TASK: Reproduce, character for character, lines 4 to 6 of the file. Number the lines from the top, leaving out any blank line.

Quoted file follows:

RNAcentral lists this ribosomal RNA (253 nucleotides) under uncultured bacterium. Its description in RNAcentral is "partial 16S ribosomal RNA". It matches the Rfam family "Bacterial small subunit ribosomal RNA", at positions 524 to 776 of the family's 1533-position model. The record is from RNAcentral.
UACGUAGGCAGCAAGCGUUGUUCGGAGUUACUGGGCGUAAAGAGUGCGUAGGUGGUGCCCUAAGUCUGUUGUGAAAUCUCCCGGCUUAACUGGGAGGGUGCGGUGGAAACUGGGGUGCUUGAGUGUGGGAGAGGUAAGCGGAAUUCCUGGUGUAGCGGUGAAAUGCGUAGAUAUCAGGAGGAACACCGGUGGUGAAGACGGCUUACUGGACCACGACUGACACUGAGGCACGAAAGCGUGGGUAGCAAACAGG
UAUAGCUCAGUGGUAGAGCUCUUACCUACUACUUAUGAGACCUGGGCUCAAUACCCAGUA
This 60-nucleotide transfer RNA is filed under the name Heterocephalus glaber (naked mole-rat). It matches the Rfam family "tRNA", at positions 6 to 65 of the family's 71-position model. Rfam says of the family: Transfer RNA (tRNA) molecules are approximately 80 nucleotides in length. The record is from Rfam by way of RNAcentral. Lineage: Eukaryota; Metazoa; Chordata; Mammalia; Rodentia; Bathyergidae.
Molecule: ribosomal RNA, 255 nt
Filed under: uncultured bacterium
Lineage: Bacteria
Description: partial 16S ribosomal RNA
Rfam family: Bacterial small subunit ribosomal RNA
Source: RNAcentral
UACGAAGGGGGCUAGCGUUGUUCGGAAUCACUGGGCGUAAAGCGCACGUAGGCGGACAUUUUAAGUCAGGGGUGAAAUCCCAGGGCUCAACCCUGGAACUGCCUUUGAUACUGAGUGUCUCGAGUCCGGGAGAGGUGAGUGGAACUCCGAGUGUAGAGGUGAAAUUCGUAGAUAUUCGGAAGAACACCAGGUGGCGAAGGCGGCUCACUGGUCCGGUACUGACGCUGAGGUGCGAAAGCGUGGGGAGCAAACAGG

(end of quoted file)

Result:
This 60-nucleotide transfer RNA is filed under the name Heterocephalus glaber (naked mole-rat). It matches the Rfam family "tRNA", at positions 6 to 65 of the family's 71-position model. Rfam says of the family: Transfer RNA (tRNA) molecules are approximately 80 nucleotides in length. The record is from Rfam by way of RNAcentral. Lineage: Eukaryota; Metazoa; Chordata; Mammalia; Rodentia; Bathyergidae.
Molecule: ribosomal RNA, 255 nt
Filed under: uncultured bacterium